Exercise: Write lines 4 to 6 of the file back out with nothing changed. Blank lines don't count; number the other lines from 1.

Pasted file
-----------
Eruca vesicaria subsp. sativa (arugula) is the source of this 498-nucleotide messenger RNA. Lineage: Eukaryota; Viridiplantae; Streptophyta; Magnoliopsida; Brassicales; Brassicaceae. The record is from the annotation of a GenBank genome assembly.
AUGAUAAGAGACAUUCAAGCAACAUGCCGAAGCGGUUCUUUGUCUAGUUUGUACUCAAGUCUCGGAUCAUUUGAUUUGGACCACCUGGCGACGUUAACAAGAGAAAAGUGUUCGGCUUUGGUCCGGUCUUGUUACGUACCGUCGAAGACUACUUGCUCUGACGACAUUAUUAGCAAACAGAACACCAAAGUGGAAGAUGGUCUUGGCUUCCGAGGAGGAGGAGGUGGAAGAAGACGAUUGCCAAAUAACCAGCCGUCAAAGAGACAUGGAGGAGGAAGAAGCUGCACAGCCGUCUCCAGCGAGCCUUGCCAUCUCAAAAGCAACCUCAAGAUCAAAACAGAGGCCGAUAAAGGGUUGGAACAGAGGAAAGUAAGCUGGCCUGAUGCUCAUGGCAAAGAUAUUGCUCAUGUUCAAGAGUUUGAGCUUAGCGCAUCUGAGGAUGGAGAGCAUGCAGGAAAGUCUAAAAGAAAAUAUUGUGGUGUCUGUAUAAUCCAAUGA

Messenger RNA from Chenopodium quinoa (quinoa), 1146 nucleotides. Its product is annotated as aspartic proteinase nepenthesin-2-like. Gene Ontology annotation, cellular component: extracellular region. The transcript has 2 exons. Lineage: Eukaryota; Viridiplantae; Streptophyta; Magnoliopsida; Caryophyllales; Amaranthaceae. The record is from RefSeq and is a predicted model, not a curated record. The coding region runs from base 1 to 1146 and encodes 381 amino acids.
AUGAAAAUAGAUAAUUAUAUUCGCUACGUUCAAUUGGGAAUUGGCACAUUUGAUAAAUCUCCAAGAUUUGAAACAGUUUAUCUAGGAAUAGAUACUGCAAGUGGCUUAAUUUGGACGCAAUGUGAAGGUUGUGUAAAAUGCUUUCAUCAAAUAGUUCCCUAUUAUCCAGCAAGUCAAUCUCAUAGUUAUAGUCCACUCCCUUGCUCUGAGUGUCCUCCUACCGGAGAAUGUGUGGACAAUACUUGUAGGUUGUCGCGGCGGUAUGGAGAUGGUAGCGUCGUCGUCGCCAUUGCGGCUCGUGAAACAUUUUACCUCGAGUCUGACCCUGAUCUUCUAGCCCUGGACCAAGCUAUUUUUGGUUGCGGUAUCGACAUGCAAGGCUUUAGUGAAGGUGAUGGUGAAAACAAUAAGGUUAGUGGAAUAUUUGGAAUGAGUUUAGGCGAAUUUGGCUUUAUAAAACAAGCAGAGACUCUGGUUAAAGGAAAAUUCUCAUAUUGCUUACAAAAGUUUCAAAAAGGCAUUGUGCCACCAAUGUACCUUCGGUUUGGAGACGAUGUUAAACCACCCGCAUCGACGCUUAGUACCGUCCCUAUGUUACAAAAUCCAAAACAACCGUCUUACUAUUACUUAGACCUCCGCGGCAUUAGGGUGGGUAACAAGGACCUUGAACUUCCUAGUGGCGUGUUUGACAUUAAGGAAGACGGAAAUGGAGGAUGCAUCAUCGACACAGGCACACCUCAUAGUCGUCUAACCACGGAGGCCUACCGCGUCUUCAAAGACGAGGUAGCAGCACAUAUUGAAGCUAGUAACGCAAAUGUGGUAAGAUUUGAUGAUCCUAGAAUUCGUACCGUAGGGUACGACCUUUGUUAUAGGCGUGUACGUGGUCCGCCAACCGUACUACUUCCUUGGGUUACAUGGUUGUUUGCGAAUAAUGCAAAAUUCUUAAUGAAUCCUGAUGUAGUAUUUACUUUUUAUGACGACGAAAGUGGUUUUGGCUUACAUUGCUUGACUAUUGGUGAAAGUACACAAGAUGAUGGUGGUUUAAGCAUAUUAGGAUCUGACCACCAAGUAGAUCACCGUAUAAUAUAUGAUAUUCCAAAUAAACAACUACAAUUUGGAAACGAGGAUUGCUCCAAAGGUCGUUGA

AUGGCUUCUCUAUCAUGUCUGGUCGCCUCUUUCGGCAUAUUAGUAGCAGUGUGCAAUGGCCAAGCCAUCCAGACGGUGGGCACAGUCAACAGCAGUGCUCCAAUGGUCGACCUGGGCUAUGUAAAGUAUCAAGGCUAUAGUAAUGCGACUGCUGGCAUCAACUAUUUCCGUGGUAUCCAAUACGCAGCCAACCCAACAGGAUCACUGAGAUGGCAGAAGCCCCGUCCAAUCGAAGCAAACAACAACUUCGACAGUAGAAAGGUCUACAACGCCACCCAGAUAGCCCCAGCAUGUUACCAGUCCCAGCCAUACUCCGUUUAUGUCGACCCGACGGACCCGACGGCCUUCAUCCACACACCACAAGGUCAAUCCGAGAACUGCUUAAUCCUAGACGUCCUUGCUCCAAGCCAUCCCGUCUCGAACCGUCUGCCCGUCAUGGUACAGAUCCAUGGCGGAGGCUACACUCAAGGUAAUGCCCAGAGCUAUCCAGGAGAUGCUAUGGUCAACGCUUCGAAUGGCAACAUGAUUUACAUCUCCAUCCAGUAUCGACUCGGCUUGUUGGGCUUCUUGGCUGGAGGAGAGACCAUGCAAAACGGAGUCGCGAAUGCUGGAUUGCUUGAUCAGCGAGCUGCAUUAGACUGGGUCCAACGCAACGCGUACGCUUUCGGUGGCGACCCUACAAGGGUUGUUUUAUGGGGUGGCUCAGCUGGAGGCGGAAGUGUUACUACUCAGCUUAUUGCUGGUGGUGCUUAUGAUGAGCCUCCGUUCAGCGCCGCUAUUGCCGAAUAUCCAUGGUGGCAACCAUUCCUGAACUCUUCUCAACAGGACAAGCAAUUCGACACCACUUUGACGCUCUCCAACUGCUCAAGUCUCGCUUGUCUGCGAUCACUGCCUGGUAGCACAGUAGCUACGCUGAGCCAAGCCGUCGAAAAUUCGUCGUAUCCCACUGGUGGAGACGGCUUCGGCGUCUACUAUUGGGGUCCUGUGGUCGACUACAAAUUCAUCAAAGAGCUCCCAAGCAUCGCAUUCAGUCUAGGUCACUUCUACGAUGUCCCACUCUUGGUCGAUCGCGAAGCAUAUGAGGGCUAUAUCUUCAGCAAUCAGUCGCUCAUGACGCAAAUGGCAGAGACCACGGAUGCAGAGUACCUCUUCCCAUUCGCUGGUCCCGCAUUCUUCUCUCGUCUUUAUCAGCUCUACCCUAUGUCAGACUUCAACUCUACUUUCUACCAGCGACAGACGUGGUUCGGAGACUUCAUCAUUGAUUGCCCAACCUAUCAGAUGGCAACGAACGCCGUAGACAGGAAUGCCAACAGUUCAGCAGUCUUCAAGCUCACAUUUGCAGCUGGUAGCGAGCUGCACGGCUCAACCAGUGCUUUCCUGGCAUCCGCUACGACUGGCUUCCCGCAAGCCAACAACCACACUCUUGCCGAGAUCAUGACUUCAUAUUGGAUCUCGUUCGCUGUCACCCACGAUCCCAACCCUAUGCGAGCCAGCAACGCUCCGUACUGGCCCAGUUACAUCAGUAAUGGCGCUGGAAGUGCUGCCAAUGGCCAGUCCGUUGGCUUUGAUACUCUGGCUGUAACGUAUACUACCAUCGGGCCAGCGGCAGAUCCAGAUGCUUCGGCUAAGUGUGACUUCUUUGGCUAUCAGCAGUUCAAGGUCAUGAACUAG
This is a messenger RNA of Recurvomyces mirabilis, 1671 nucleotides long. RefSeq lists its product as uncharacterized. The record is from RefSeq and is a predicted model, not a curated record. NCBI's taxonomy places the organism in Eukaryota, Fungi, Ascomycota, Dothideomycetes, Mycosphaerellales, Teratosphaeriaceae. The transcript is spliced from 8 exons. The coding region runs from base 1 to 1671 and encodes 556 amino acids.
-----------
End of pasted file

AUGAAAAUAGAUAAUUAUAUUCGCUACGUUCAAUUGGGAAUUGGCACAUUUGAUAAAUCUCCAAGAUUUGAAACAGUUUAUCUAGGAAUAGAUACUGCAAGUGGCUUAAUUUGGACGCAAUGUGAAGGUUGUGUAAAAUGCUUUCAUCAAAUAGUUCCCUAUUAUCCAGCAAGUCAAUCUCAUAGUUAUAGUCCACUCCCUUGCUCUGAGUGUCCUCCUACCGGAGAAUGUGUGGACAAUACUUGUAGGUUGUCGCGGCGGUAUGGAGAUGGUAGCGUCGUCGUCGCCAUUGCGGCUCGUGAAACAUUUUACCUCGAGUCUGACCCUGAUCUUCUAGCCCUGGACCAAGCUAUUUUUGGUUGCGGUAUCGACAUGCAAGGCUUUAGUGAAGGUGAUGGUGAAAACAAUAAGGUUAGUGGAAUAUUUGGAAUGAGUUUAGGCGAAUUUGGCUUUAUAAAACAAGCAGAGACUCUGGUUAAAGGAAAAUUCUCAUAUUGCUUACAAAAGUUUCAAAAAGGCAUUGUGCCACCAAUGUACCUUCGGUUUGGAGACGAUGUUAAACCACCCGCAUCGACGCUUAGUACCGUCCCUAUGUUACAAAAUCCAAAACAACCGUCUUACUAUUACUUAGACCUCCGCGGCAUUAGGGUGGGUAACAAGGACCUUGAACUUCCUAGUGGCGUGUUUGACAUUAAGGAAGACGGAAAUGGAGGAUGCAUCAUCGACACAGGCACACCUCAUAGUCGUCUAACCACGGAGGCCUACCGCGUCUUCAAAGACGAGGUAGCAGCACAUAUUGAAGCUAGUAACGCAAAUGUGGUAAGAUUUGAUGAUCCUAGAAUUCGUACCGUAGGGUACGACCUUUGUUAUAGGCGUGUACGUGGUCCGCCAACCGUACUACUUCCUUGGGUUACAUGGUUGUUUGCGAAUAAUGCAAAAUUCUUAAUGAAUCCUGAUGUAGUAUUUACUUUUUAUGACGACGAAAGUGGUUUUGGCUUACAUUGCUUGACUAUUGGUGAAAGUACACAAGAUGAUGGUGGUUUAAGCAUAUUAGGAUCUGACCACCAAGUAGAUCACCGUAUAAUAUAUGAUAUUCCAAAUAAACAACUACAAUUUGGAAACGAGGAUUGCUCCAAAGGUCGUUGA

AUGGCUUCUCUAUCAUGUCUGGUCGCCUCUUUCGGCAUAUUAGUAGCAGUGUGCAAUGGCCAAGCCAUCCAGACGGUGGGCACAGUCAACAGCAGUGCUCCAAUGGUCGACCUGGGCUAUGUAAAGUAUCAAGGCUAUAGUAAUGCGACUGCUGGCAUCAACUAUUUCCGUGGUAUCCAAUACGCAGCCAACCCAACAGGAUCACUGAGAUGGCAGAAGCCCCGUCCAAUCGAAGCAAACAACAACUUCGACAGUAGAAAGGUCUACAACGCCACCCAGAUAGCCCCAGCAUGUUACCAGUCCCAGCCAUACUCCGUUUAUGUCGACCCGACGGACCCGACGGCCUUCAUCCACACACCACAAGGUCAAUCCGAGAACUGCUUAAUCCUAGACGUCCUUGCUCCAAGCCAUCCCGUCUCGAACCGUCUGCCCGUCAUGGUACAGAUCCAUGGCGGAGGCUACACUCAAGGUAAUGCCCAGAGCUAUCCAGGAGAUGCUAUGGUCAACGCUUCGAAUGGCAACAUGAUUUACAUCUCCAUCCAGUAUCGACUCGGCUUGUUGGGCUUCUUGGCUGGAGGAGAGACCAUGCAAAACGGAGUCGCGAAUGCUGGAUUGCUUGAUCAGCGAGCUGCAUUAGACUGGGUCCAACGCAACGCGUACGCUUUCGGUGGCGACCCUACAAGGGUUGUUUUAUGGGGUGGCUCAGCUGGAGGCGGAAGUGUUACUACUCAGCUUAUUGCUGGUGGUGCUUAUGAUGAGCCUCCGUUCAGCGCCGCUAUUGCCGAAUAUCCAUGGUGGCAACCAUUCCUGAACUCUUCUCAACAGGACAAGCAAUUCGACACCACUUUGACGCUCUCCAACUGCUCAAGUCUCGCUUGUCUGCGAUCACUGCCUGGUAGCACAGUAGCUACGCUGAGCCAAGCCGUCGAAAAUUCGUCGUAUCCCACUGGUGGAGACGGCUUCGGCGUCUACUAUUGGGGUCCUGUGGUCGACUACAAAUUCAUCAAAGAGCUCCCAAGCAUCGCAUUCAGUCUAGGUCACUUCUACGAUGUCCCACUCUUGGUCGAUCGCGAAGCAUAUGAGGGCUAUAUCUUCAGCAAUCAGUCGCUCAUGACGCAAAUGGCAGAGACCACGGAUGCAGAGUACCUCUUCCCAUUCGCUGGUCCCGCAUUCUUCUCUCGUCUUUAUCAGCUCUACCCUAUGUCAGACUUCAACUCUACUUUCUACCAGCGACAGACGUGGUUCGGAGACUUCAUCAUUGAUUGCCCAACCUAUCAGAUGGCAACGAACGCCGUAGACAGGAAUGCCAACAGUUCAGCAGUCUUCAAGCUCACAUUUGCAGCUGGUAGCGAGCUGCACGGCUCAACCAGUGCUUUCCUGGCAUCCGCUACGACUGGCUUCCCGCAAGCCAACAACCACACUCUUGCCGAGAUCAUGACUUCAUAUUGGAUCUCGUUCGCUGUCACCCACGAUCCCAACCCUAUGCGAGCCAGCAACGCUCCGUACUGGCCCAGUUACAUCAGUAAUGGCGCUGGAAGUGCUGCCAAUGGCCAGUCCGUUGGCUUUGAUACUCUGGCUGUAACGUAUACUACCAUCGGGCCAGCGGCAGAUCCAGAUGCUUCGGCUAAGUGUGACUUCUUUGGCUAUCAGCAGUUCAAGGUCAUGAACUAG
This is a messenger RNA of Recurvomyces mirabilis, 1671 nucleotides long. RefSeq lists its product as uncharacterized. The record is from RefSeq and is a predicted model, not a curated record. NCBI's taxonomy places the organism in Eukaryota, Fungi, Ascomycota, Dothideomycetes, Mycosphaerellales, Teratosphaeriaceae. The transcript is spliced from 8 exons. The coding region runs from base 1 to 1671 and encodes 556 amino acids.